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The world has changed rapidly, and though I appreciate progress, I sometimes wonder about its scrupulousness.


By Rev. Jim Innes

I was reminded of generational perspectives after hearing my 26-month-old granddaughter speak one of her first complete sentences, “Hey Google, play Wiggles.”

Her innate skills, and the attitudes she has integrated, have been refined by a world that I must work hard to keep up with.

I don’t know if it is my age, but it occasionally feels like I'm controlled by those nameless folks we often reference and name as `They,' as in `they' did it or `they' said it.

The other day I wanted a small side of ribs with my chicken, and the waitress told me she couldn’t do that because there was no such button on the computerized cash register.

“Really,” I said, “can the manager help us?” She kindly went and asked. She returned to inform me,” the manager couldn’t find a button either. `They' didn't put one on." (I can only conclude that `They’ never thought it through).

The world has changed rapidly, and though I appreciate progress, I sometimes wonder about its scrupulousness. Something is not quite right when I can’t stay up to date with my iPhone--despite it costing an outrageous $800, only two years ago! And that was before the ridiculous cost of a protective case lest I drop it, a protective lens lest I scratch it, and an insurance premium lest whatever!!

With rapid progress comes sophisticated corruption, and the clumsy (yet appreciated) means by which this fraudulence is countered. One example is `safe’ access when online banking and using `apps’ (another term of the new era). I remember asking the bank (over the phone) to limit the number of questions presented to ensure it was me. I couldn’t remember how I had answered them at set-up! And I am continually frustrated remembering all my app passwords. Infuriatingly, each password needs at least eight characters that contain at least one number, one capital, and one of whatever you call them ‘other’ typescripts. (I wish `They’ would come up with better safety measures because I now walk (idiotically) about with passwords in my briefcase).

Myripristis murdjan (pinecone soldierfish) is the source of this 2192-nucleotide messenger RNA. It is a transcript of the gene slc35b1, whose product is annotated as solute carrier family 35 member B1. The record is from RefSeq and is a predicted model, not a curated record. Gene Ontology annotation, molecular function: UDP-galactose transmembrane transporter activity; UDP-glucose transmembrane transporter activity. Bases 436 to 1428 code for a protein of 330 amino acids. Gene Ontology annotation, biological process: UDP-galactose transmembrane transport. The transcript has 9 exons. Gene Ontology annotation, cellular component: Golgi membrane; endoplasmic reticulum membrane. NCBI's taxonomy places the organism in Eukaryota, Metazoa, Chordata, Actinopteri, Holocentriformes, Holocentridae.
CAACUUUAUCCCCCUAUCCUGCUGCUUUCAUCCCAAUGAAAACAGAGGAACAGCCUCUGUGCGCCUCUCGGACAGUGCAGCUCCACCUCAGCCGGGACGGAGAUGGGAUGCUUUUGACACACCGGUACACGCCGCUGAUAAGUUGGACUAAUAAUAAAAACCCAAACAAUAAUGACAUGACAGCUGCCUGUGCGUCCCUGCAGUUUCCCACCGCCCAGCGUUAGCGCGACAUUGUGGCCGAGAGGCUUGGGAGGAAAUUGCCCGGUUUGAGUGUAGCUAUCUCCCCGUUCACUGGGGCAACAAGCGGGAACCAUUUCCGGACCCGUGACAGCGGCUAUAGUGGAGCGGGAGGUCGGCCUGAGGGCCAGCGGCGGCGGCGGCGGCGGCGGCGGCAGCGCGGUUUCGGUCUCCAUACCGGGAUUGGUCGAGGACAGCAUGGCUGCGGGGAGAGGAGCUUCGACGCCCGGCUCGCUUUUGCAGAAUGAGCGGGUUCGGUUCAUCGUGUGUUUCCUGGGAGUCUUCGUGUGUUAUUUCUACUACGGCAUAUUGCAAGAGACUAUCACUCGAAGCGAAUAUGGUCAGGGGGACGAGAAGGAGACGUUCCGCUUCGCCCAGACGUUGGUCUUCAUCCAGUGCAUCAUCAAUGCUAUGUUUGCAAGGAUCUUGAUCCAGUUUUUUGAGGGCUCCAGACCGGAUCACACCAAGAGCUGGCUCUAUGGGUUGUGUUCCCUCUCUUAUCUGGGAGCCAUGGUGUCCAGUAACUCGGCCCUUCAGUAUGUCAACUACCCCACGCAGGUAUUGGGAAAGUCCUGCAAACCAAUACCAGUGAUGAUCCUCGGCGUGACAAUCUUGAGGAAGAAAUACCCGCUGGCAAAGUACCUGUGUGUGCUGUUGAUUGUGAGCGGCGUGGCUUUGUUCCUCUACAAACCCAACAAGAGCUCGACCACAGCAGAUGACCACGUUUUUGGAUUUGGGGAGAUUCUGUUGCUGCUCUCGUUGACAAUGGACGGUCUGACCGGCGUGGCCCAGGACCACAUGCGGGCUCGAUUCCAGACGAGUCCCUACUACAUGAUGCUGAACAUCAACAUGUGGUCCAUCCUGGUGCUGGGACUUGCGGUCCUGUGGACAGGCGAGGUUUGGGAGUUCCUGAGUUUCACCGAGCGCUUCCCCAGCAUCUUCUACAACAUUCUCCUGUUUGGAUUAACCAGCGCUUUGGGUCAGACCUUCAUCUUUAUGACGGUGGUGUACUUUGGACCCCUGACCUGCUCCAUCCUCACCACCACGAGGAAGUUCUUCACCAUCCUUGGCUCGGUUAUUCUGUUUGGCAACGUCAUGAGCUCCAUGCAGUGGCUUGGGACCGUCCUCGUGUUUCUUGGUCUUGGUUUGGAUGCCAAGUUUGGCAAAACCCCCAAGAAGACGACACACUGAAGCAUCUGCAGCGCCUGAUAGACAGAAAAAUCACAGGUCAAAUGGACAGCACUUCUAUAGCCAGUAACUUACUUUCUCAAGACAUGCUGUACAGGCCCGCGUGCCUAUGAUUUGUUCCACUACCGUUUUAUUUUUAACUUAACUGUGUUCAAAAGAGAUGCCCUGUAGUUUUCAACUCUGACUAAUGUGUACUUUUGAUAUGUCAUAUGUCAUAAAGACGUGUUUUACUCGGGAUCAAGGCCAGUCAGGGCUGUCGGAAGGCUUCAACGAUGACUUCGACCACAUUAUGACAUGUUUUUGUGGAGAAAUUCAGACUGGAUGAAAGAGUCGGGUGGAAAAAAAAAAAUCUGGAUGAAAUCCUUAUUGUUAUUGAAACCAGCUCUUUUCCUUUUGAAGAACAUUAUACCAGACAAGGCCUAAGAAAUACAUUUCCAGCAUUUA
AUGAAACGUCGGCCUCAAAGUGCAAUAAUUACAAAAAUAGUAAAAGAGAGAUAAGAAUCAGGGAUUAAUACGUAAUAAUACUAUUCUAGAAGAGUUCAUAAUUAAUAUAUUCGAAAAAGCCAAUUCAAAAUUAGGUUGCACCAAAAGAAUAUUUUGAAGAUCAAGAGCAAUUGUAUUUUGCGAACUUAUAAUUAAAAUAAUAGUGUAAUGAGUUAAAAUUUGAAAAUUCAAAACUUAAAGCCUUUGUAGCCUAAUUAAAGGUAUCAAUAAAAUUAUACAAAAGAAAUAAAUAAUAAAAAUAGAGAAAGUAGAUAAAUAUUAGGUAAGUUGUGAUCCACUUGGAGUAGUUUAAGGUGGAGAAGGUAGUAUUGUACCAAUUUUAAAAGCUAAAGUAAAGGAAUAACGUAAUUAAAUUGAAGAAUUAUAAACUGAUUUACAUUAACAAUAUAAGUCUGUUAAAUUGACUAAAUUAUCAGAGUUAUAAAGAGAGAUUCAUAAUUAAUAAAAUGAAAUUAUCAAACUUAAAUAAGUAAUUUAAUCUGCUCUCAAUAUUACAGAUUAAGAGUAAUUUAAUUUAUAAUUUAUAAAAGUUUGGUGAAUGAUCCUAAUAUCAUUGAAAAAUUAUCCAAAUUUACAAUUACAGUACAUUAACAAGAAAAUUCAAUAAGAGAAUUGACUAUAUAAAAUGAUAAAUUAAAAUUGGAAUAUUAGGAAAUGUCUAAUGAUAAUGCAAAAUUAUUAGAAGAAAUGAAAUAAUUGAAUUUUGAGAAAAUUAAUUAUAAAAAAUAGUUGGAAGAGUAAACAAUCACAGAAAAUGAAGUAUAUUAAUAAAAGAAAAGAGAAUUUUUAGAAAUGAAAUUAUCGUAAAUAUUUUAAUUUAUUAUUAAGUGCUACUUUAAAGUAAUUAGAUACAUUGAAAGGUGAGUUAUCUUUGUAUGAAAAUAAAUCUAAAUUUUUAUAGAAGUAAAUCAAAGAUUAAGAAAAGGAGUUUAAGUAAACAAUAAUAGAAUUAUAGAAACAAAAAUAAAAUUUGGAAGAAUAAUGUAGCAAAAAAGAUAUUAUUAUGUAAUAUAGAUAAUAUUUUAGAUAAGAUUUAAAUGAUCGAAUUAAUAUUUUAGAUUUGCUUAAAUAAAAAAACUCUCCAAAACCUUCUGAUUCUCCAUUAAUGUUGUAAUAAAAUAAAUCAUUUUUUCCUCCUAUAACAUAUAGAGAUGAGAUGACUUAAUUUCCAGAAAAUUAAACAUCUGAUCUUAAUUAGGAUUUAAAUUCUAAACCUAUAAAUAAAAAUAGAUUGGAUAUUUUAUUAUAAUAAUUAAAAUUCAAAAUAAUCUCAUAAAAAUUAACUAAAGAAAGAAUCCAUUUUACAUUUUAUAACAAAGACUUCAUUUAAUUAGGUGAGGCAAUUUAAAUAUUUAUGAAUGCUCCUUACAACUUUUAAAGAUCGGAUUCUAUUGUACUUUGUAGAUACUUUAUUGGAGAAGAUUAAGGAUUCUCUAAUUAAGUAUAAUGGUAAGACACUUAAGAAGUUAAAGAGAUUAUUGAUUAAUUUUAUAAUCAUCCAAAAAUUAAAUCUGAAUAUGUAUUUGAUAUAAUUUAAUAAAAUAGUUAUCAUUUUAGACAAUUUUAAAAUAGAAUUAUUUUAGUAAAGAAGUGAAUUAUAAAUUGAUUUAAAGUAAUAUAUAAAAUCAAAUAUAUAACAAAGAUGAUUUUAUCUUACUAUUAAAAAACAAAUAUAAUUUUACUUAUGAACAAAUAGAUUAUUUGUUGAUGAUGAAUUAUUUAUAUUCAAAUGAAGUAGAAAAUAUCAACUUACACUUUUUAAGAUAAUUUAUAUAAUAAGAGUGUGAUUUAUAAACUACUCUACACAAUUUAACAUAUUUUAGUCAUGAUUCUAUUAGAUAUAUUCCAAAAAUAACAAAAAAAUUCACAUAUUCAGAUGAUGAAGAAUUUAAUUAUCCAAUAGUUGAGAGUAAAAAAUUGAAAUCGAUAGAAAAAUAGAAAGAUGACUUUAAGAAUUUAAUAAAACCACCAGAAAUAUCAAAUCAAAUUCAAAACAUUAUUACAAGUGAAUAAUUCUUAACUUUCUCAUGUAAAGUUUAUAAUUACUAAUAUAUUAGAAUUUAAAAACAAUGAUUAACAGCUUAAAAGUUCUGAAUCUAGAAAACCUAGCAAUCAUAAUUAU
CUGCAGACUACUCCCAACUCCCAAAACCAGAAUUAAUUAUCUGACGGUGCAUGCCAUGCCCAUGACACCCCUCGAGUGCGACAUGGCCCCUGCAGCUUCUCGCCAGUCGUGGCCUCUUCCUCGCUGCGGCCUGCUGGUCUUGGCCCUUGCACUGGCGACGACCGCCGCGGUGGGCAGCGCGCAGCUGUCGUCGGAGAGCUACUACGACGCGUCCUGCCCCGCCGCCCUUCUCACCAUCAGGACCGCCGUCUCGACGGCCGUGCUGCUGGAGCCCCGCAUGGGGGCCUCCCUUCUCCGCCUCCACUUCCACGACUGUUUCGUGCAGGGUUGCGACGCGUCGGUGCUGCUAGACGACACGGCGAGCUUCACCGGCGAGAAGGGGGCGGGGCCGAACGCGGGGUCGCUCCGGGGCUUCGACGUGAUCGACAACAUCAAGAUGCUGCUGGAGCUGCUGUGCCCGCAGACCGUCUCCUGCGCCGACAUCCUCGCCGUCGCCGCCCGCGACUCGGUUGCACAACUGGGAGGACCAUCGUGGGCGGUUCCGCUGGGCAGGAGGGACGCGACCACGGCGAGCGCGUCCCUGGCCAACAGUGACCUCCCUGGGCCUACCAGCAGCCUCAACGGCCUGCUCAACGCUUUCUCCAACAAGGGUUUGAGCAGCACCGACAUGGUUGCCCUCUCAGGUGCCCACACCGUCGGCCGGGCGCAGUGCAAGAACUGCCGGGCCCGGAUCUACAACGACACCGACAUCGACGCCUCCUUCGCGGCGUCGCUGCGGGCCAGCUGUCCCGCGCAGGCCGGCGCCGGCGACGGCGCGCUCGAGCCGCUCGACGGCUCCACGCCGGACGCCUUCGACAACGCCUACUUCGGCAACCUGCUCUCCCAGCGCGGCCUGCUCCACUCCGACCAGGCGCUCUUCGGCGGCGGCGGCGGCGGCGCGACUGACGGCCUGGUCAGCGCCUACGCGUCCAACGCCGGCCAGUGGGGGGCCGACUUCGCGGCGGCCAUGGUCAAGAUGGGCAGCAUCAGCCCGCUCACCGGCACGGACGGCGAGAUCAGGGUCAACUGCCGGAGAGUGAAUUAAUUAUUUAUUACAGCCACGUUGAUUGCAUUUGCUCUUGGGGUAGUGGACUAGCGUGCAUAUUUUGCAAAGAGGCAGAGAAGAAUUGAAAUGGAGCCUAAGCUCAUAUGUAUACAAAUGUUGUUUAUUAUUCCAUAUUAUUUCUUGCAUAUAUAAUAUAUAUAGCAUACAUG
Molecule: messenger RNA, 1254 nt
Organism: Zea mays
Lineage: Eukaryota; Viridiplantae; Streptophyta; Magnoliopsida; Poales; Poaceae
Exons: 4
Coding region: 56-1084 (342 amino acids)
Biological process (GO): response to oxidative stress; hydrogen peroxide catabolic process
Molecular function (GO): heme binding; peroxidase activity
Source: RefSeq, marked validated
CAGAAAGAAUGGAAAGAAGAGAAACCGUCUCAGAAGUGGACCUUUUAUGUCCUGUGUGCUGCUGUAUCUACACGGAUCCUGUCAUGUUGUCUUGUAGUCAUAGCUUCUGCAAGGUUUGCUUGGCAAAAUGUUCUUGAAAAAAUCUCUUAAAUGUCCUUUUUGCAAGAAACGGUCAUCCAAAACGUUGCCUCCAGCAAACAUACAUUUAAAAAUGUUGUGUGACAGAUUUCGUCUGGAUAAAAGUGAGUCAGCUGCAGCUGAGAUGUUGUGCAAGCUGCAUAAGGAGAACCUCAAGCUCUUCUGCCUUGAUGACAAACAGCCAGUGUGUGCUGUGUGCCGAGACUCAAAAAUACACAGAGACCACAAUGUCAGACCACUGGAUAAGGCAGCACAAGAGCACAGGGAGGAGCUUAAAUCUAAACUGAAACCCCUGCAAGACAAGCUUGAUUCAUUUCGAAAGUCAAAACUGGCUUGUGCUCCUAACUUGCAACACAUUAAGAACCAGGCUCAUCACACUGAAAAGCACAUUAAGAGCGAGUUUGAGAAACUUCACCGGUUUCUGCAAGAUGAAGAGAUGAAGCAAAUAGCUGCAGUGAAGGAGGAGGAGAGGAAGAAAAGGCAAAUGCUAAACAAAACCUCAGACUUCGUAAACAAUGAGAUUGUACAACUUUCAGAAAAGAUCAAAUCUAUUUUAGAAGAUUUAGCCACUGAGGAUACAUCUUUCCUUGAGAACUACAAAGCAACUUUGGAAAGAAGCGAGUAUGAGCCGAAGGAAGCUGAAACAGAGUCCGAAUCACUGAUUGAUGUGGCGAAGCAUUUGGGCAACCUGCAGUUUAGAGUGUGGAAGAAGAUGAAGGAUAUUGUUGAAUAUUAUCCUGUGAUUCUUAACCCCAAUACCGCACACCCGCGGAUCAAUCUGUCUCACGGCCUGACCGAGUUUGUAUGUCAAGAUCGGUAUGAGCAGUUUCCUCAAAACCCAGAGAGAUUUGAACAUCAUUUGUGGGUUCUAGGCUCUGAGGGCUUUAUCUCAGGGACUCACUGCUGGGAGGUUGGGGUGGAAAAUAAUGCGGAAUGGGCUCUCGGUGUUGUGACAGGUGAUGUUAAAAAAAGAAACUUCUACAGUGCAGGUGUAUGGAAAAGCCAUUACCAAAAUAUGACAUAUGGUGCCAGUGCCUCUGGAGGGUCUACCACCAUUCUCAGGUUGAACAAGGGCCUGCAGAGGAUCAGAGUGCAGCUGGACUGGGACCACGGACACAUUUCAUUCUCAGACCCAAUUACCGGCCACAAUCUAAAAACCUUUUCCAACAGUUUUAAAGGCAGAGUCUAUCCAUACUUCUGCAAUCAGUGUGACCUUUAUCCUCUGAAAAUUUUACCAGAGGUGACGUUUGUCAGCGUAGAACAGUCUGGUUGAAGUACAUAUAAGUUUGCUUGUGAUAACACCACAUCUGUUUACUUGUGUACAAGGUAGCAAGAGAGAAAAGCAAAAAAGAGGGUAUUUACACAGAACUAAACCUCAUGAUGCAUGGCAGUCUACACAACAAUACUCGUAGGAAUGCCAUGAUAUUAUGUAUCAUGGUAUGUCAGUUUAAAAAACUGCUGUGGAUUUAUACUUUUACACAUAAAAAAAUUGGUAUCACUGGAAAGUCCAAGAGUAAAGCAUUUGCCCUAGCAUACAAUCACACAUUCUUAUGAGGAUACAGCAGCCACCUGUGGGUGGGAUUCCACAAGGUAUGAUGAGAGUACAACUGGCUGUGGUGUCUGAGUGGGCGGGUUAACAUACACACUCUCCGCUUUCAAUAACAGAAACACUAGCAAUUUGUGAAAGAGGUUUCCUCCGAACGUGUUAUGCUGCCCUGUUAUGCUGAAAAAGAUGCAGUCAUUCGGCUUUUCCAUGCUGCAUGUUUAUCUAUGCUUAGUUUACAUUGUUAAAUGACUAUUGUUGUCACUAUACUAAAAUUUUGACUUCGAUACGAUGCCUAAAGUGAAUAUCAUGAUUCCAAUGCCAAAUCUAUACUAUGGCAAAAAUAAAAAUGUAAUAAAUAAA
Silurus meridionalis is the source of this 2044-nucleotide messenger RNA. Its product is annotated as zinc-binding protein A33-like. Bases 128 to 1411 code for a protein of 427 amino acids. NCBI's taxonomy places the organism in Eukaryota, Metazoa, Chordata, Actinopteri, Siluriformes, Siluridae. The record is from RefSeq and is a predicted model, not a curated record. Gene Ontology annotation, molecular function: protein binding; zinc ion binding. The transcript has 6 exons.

We have created a world where out-there-somewhere are very influential, unidentified folk we call `They.’  There are at least three significant `They’ groups; they that truly know, they that are apparently trying to fool us, and they that know nothing at all! And these folks seem to enter every important conversation as they who said this, or they who said that, or they who just follow trends. It seems that division is flourishing, albeit frequently quiet and unsaid (but not always) behind the polite masks we wear to honour each other’s `they’ folk.

As I see it, we live in a time when our patience is tested to the point of humble resignation. And though this can feel like defeatism, it is not necessarily a `bad’ thing, and there is a real need to integrate a world that moves faster than we can sometimes think. At least that’s what `They’ say whom I listen to.

Rev. Jim Innes is the rector of the Regional Ministry of South Huron.